The passion, enthusiasm and conviction in Randy Houser’s music is utterly irresistible.
One listen to his soul-drenched singing is enough to convince you that you are in the presence of a masterful performer. One scan of his deeply felt lyrics is all the proof you need to see that this is a major songwriting talent. And one meeting with this smiling, endearing, open-hearted personality is all it takes to make you believe he deserves to be a star.
That indefinable something, called charisma, is all over his exceptional debut CD. Whether plunging into sadness or leaping for joy in song, Randy Houser has what all great country artists have – believability.
The album is the capstone of an extraordinary run of good fortune for the singer-songwriter. Thanks to his riveting vocal prowess, Randy is receiving great response from both fans and radio programmers with his first single, the gripping, strikingly emotional ballad “Anything Goes.”
As illustrated in his breakthrough single, Randy Houser is a breathtaking vocalist with fire and conviction at his core. The songs he has chosen by other Nashville writers for this album are superb showcases for the vocal side of his talent. In addition to “Anything Goes,” they include the sensual “Strange” and the ultra-cool, groove-saturated “How Many Times,” the latter featuring harmony vocals by superstar Vince Gill.
Randy grew up in central Mississippi. He was born in Jackson and raised in Lake, a small town between Jackson and Meridian. Musically, it’s a region between the Blues and R&B of the Delta and the hard-core country music of the Deep South. There was always plenty of gospel music on the radio as well.
But his true musical foundation was the artistry of his father. His parents split up when he was only seven, and thereafter Randy spent summers with the professional singer and musician. Papa Houser was a fairly well known performer in the Jackson, Mississippi nightclub scene and was also a first call studio musician in and around that area for several years. After he relocated to Biloxi, young Randy decided to follow in his footsteps.
“I started writing songs right away, at 15 and 16 years old. I was already starting, because I hated playing the ‘covers’ of the hits. I knew that if I was ever going to do anything in music, I was going to have to learn to express myself. Otherwise, it was going to be the same-old, same-old.”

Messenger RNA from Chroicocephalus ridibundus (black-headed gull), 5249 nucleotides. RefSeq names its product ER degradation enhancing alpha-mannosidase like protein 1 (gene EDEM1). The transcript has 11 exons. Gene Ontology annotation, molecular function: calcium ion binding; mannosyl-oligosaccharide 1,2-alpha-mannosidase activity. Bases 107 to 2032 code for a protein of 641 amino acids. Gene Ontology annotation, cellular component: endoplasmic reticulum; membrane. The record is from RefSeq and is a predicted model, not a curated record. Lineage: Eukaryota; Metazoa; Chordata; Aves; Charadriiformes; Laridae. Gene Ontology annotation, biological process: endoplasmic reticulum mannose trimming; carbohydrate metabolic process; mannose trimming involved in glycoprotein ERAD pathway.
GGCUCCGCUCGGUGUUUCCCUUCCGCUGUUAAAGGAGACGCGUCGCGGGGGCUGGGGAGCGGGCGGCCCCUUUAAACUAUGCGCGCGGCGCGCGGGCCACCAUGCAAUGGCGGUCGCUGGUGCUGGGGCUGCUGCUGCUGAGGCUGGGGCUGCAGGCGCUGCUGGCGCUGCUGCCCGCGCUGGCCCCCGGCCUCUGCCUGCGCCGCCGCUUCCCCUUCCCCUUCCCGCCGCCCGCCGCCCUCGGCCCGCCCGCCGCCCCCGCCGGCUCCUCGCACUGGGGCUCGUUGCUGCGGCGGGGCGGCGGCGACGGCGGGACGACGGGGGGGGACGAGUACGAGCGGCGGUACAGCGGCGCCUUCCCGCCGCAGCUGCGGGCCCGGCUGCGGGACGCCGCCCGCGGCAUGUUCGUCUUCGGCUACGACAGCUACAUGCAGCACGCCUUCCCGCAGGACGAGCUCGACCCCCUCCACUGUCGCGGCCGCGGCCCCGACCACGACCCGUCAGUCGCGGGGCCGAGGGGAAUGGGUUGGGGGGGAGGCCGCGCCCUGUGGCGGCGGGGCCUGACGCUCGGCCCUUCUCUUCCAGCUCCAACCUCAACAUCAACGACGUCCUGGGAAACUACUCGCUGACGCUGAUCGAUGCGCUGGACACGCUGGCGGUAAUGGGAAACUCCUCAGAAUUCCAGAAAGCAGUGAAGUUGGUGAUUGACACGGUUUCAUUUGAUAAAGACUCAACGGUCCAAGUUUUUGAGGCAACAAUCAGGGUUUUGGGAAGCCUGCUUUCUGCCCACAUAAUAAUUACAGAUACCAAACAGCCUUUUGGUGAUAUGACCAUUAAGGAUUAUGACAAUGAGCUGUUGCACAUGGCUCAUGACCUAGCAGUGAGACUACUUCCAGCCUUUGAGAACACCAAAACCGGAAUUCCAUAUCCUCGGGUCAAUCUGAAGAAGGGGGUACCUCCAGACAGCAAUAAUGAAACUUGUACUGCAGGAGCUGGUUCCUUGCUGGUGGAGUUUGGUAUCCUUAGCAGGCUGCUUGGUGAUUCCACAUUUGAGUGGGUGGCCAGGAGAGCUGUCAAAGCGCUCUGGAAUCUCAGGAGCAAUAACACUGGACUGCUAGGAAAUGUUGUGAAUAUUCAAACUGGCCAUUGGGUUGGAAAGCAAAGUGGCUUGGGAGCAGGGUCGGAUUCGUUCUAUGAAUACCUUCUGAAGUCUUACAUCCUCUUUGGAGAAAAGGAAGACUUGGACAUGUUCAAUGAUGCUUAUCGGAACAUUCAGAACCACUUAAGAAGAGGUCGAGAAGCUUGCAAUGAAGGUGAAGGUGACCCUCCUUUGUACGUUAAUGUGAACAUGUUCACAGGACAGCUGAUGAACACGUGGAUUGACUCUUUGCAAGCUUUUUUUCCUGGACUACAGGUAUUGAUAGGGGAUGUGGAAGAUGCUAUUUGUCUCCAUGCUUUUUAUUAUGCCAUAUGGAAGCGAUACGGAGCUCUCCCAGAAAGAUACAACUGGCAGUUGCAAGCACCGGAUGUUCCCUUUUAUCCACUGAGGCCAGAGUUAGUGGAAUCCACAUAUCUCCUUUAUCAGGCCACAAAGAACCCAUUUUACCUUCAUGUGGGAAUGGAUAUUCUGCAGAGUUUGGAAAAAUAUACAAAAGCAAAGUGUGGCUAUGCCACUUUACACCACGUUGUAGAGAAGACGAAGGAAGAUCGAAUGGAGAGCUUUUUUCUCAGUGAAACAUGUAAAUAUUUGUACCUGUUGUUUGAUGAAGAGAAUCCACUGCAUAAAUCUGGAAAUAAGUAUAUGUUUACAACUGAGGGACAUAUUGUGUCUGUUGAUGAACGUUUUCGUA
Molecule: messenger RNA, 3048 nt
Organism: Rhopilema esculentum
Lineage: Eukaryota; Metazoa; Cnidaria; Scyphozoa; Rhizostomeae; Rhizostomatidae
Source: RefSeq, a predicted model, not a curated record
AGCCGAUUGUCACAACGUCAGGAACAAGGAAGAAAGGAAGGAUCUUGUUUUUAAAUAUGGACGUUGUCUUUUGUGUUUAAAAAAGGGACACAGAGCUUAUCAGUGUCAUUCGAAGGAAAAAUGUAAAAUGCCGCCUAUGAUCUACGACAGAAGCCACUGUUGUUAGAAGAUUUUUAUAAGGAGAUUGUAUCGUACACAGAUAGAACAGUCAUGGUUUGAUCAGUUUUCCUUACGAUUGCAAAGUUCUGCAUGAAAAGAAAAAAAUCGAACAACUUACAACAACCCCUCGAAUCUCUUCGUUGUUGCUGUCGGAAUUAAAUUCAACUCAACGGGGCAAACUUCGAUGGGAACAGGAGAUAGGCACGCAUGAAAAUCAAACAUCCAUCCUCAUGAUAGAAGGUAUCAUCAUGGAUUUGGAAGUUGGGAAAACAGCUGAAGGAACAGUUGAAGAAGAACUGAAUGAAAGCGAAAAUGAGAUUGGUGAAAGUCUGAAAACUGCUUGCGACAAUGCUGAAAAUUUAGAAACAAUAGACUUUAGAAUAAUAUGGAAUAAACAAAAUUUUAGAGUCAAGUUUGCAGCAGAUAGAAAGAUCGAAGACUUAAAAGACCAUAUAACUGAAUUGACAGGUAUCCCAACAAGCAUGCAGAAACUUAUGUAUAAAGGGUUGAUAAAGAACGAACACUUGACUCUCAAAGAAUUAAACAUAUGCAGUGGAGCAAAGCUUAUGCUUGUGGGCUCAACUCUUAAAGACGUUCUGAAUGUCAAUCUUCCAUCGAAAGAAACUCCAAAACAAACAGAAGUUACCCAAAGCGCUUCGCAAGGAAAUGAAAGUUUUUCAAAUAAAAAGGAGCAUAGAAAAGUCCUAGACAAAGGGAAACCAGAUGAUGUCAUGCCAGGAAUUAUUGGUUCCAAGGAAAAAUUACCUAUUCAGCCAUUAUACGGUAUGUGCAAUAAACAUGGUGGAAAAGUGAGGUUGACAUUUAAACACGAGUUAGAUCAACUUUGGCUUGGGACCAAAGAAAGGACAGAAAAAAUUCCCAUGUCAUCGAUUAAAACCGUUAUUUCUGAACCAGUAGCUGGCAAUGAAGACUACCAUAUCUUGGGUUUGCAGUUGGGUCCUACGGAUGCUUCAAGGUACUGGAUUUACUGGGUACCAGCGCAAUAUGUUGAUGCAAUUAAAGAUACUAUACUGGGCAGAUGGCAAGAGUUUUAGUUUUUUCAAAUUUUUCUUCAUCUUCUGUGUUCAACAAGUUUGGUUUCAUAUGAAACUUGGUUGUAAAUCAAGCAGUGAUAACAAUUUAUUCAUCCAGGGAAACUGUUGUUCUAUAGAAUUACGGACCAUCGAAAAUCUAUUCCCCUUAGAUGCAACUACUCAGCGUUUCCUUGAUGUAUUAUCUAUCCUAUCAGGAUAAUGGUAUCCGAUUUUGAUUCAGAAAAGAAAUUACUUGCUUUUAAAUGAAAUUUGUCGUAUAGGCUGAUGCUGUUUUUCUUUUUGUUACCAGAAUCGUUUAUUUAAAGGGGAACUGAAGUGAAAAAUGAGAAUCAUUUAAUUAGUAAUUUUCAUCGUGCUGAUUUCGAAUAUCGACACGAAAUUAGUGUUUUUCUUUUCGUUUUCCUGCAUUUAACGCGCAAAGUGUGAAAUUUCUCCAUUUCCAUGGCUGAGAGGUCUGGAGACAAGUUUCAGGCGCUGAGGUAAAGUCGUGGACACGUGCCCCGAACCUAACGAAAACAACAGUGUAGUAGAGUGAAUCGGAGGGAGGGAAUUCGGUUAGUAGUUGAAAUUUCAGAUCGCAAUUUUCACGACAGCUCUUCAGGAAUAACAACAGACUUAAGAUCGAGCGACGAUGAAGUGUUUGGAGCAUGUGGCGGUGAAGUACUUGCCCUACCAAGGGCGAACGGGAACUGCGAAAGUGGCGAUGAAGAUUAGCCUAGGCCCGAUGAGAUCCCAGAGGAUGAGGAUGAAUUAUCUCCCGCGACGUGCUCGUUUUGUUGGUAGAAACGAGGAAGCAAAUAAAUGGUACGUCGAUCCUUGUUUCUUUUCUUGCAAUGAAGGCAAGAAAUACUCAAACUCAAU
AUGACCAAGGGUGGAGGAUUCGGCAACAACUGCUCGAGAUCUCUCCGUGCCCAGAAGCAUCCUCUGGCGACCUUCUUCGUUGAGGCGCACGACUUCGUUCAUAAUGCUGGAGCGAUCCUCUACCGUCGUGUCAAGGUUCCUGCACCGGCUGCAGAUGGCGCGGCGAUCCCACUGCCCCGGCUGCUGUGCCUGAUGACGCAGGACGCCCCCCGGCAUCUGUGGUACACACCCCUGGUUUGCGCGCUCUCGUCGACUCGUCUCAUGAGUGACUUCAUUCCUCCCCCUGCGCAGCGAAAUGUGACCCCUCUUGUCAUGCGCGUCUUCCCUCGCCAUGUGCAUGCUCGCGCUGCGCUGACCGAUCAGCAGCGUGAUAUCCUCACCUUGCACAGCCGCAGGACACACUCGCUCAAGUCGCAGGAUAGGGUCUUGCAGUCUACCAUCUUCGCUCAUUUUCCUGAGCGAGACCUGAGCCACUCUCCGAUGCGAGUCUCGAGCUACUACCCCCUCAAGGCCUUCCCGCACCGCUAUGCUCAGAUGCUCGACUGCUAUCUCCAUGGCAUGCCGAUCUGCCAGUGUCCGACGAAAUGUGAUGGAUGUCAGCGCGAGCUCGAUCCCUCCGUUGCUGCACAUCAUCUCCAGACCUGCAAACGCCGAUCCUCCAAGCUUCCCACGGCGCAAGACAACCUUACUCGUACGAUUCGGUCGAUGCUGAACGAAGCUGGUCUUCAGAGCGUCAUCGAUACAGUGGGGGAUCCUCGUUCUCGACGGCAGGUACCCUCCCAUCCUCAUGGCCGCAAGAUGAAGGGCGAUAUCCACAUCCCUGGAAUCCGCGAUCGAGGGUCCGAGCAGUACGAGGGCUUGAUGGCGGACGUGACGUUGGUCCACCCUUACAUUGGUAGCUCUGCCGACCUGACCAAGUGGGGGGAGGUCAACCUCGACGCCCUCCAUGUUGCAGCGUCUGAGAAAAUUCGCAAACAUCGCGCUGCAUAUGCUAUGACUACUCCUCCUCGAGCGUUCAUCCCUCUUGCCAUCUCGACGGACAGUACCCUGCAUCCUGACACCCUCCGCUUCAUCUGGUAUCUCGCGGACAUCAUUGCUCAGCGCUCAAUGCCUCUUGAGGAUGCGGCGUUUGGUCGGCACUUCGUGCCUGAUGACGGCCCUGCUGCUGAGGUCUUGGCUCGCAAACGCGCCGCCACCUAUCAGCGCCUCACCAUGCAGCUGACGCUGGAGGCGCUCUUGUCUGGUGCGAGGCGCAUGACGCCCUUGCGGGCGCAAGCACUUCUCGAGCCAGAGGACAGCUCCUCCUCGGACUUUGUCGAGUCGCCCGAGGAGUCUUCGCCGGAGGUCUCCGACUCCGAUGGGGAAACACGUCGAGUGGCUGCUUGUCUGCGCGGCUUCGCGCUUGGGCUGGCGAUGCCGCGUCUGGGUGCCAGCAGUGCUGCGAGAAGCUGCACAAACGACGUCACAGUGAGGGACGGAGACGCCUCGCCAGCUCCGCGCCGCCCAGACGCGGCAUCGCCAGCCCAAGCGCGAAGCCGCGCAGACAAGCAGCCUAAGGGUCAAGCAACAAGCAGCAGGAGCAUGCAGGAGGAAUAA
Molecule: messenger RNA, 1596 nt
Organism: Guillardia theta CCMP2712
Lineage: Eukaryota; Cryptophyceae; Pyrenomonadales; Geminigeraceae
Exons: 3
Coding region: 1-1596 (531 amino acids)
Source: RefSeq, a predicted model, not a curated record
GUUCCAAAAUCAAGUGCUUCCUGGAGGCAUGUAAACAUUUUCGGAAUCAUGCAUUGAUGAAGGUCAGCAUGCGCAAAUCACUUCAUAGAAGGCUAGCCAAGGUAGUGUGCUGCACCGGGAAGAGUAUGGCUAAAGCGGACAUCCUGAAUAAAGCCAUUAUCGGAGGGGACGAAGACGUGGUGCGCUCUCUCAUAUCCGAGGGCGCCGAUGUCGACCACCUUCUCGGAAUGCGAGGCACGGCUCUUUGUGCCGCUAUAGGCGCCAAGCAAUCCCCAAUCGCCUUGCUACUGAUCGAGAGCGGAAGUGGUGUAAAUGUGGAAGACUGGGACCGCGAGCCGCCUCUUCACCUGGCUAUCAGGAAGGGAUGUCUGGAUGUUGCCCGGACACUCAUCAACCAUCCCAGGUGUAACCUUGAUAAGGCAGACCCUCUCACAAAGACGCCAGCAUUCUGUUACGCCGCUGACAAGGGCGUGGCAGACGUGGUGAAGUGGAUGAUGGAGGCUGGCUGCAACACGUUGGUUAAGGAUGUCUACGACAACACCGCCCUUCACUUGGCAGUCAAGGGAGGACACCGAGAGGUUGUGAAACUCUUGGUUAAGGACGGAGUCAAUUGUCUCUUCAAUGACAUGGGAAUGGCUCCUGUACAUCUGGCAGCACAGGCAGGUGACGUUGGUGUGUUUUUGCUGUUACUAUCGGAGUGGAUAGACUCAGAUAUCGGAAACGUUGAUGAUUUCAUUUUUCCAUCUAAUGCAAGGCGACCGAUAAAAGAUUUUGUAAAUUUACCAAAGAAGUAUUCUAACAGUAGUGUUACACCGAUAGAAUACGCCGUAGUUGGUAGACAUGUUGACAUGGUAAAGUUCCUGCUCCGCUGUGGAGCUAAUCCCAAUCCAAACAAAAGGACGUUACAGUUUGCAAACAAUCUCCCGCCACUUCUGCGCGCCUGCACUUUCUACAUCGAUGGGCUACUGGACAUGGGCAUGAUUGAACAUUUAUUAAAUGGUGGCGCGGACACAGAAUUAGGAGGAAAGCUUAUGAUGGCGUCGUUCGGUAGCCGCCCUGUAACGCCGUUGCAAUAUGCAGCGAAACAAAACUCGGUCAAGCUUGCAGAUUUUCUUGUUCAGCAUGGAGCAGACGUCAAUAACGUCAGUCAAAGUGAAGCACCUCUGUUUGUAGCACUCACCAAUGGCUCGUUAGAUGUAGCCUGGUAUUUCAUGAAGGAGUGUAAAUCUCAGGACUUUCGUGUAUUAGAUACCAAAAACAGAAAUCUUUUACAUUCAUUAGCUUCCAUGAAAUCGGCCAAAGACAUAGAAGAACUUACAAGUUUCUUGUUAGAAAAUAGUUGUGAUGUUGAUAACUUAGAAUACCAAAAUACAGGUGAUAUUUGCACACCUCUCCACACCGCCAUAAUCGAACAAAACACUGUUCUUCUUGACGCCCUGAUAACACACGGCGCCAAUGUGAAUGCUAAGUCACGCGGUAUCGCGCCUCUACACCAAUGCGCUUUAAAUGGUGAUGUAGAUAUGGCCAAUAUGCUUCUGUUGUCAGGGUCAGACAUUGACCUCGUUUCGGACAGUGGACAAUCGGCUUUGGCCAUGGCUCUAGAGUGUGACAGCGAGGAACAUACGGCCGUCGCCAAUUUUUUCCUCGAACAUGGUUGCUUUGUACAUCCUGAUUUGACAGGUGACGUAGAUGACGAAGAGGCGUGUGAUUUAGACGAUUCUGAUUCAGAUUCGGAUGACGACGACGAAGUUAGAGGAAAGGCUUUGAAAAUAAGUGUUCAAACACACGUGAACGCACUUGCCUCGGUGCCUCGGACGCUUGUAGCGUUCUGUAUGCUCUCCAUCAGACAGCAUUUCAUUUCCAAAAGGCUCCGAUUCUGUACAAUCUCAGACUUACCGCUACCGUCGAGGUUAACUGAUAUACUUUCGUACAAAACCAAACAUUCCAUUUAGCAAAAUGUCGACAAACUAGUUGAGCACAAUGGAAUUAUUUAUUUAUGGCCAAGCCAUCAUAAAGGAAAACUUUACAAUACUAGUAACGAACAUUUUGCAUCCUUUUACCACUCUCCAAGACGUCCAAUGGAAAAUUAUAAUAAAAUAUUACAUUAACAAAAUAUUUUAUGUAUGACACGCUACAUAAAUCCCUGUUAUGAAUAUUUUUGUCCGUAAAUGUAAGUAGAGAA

His father and mentor died when Randy was 21. He’d told his boy that he didn’t want to be kept alive on machines. After his father lost consciousness, this young man was put in the agonizing position of having to “pull the plug” on the mentor he idolized. That painful experience formed the basis of Randy’s emotional song “I’ll Sleep.” A few years later, Randy Houser made the big decision to move to Nashville to seek his fortune.
“I can literally say that a song changed my life,” Randy reports. “I’ll tell you how I made the decision. I was sitting at home one day and thinking, ‘God, what am I doing?’ I’d been waiting around for so long and hadn’t gone and done what I always said I was going to do. And then that song ‘Life Happened’ came on the radio, and I just started bawling. And right then, I made the decision. I was gone.
“A guitar player friend from Mississippi had moved to Nashville. He said, ‘Well, come on..’ So I came up in early 2003 with an air mattress and a pile of junk in a ’92 Cougar. Two weeks later, the engine blew up in that car. I didn’t know how I was going to make a living, but knew I had to make one”
Within two weeks of arriving, Randy ran into a woman who’d heard him perform in Mississippi. She arranged for him to sing a “demo” for a Nashville songwriter. Days later, he was getting calls to sing them all the time. Successful, Mississippi-bred songwriters Fred Knobloch and Derek George encouraged Randy. Derek took Randy to the Windswept publishing company, where Cliff Audretch, III became a booster.
Signed by Windswept in late 2003, Randy and co-writers Jamey Johnson and Dallas Davidson were on the charts with “Honky-Tonk Badonkadonk” by early 2005. Since then, Randy’s tunes have been picked up by John Michael Montgomery (“If You Ever Went Away”), Justin Moore (“Back That Thing Up”), George Canyon (“Coming From You”) and other artists. Cliff loved Randy’s own recordings of the tunes and urged producer Mark Wright to listen. Now Cliff and Mark have co-produced Randy Houser’s outstanding disc debut.
“One day, awhile back, Mark (Wright) and I were talking about singers. He said, ‘Man, the most soulful singers in history all grew up poor.’ This really rang true for me. That’s part of the reason I sound the way that I do.”